The Springboks were able to absorb the tremendous early blows England landed in the first Test at Ellis Park on Saturday, turning a 3-24 deficit into a remarkable 42-39 triumph.
It’s a win that coach Rassie Erasmus said will allow him the space to continue on the brave path he has set out on: a journey that is all about next year’s World Cup.
“That was definitely not the start you want at home and I was worried because we had a lot of young guys up against a very experienced England side and it could have gone really bad, we could have ended up with 50 points against us. But we still managed to scrape through and the character of the side shone through.
“Because we were able to come back it means we can have some consistency of selection. But we also have to make brave calls, we have to put guys under pressure and there will be games we lose. But if we don’t put the players in these situations then we will never know if they can make it at the World Cup. The good thing tonight is that we got some more caps and the win.
“A lot of guys came through and now have a little tick behind their names, and it was satisfying to see our selections working. We must be brave otherwise we will end up with a squad of just 14 or 15 players we trust at the World Cup, but you must have 31 players you trust. It was a big risk to split our resources for these first two Tests and I’m glad the strategic plan came off, it could have easily gone against us, but the win gives us some breathing space,” Erasmus said after the thrilling Test match.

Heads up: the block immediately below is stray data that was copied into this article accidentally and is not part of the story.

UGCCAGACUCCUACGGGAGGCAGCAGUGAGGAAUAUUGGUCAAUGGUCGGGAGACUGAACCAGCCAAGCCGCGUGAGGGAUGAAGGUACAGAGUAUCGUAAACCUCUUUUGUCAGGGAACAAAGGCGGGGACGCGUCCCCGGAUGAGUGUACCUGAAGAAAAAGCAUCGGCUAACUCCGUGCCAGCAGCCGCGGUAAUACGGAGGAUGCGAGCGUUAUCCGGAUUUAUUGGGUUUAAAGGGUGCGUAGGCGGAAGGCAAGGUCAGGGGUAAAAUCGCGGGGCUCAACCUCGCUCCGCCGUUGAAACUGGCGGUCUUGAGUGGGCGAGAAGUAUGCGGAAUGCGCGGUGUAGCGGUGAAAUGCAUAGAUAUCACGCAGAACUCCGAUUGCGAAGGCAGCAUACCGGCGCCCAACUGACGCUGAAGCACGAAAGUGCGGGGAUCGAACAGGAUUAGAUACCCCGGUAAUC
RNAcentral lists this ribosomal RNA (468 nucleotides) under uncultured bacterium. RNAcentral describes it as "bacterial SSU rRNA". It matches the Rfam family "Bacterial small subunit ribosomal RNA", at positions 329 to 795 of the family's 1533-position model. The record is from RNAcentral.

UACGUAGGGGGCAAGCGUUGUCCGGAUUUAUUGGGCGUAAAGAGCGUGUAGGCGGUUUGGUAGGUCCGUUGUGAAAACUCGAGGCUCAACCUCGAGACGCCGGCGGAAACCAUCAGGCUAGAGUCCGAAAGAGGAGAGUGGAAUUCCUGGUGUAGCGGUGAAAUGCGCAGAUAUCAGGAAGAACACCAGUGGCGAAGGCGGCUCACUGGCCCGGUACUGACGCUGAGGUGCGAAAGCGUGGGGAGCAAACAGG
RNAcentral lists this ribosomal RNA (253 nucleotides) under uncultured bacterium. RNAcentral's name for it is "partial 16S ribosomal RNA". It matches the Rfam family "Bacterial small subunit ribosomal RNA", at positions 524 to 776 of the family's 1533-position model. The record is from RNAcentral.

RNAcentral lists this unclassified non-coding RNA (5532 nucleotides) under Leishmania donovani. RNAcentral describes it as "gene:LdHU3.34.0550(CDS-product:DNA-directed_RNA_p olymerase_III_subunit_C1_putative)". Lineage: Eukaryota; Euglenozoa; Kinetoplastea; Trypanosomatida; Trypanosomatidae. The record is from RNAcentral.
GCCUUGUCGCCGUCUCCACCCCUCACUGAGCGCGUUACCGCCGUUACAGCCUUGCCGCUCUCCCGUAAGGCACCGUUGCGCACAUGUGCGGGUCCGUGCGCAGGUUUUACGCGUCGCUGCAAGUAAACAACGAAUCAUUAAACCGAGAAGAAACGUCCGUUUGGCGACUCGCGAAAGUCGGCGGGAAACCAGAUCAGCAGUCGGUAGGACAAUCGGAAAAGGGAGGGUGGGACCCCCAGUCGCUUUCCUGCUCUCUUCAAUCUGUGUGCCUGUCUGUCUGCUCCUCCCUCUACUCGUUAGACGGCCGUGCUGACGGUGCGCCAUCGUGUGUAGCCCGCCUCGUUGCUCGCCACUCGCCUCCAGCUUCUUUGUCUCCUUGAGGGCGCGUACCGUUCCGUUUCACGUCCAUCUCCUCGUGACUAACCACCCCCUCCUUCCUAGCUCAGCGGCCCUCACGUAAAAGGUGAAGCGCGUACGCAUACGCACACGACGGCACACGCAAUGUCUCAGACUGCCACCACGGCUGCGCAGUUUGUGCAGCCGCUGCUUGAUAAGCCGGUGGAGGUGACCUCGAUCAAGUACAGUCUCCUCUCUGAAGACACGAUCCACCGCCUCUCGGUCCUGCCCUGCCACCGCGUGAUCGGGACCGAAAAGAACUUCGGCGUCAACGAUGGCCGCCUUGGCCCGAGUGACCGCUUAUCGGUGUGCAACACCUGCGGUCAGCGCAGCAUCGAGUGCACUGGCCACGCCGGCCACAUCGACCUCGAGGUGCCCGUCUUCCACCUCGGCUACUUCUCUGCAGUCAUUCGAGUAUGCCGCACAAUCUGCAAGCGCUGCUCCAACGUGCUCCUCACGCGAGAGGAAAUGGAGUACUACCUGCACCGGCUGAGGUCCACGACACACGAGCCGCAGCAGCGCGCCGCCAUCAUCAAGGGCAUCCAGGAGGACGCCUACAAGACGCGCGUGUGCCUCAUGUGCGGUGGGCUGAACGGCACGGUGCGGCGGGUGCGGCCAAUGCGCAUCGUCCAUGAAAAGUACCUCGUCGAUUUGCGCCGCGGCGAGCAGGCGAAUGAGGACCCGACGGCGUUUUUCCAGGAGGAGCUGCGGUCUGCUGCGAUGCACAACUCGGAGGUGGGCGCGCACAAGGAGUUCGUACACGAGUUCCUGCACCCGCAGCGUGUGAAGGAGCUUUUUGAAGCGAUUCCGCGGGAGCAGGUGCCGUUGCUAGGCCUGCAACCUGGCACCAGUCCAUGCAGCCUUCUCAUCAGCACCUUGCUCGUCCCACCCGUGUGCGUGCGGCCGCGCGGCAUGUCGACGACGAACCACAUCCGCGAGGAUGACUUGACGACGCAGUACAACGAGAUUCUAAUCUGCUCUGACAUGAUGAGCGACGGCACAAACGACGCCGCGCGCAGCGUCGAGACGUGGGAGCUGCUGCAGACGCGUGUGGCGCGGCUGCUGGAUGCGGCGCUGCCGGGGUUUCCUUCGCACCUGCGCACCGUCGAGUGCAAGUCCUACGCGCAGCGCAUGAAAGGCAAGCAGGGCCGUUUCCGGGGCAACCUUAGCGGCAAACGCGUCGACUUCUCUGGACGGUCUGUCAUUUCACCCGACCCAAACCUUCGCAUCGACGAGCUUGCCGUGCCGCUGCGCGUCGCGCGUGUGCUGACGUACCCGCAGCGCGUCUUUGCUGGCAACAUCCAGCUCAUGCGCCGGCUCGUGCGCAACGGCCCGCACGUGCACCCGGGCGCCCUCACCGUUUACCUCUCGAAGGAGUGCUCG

Erasmus listed lock RG Snyman, scrumhalf Faf de Klerk and eighthman Duane Vermeulen as the players he was especially pleased with, while the defence that leaked three tries in the first 17 minutes and another two in the last 10 minutes is top of the list of things that need work.
“RG was wonderful, to be able to play at that pace and last for 80 minutes was really pleasing, while what Faf brought to the party was awesome. Our breakdown still needs some work, but we didn’t have an out-and-out openside flank. But Duane really came to the party playing against two opensides. But that area of the game can bite us, so we have to think carefully about that before the second Test.
“Most teams defend high on the outside these days, but we just didn’t get enough width. Our two wings and outside centre are still very young, but we cannot neglect defence like we did today,” Erasmus said.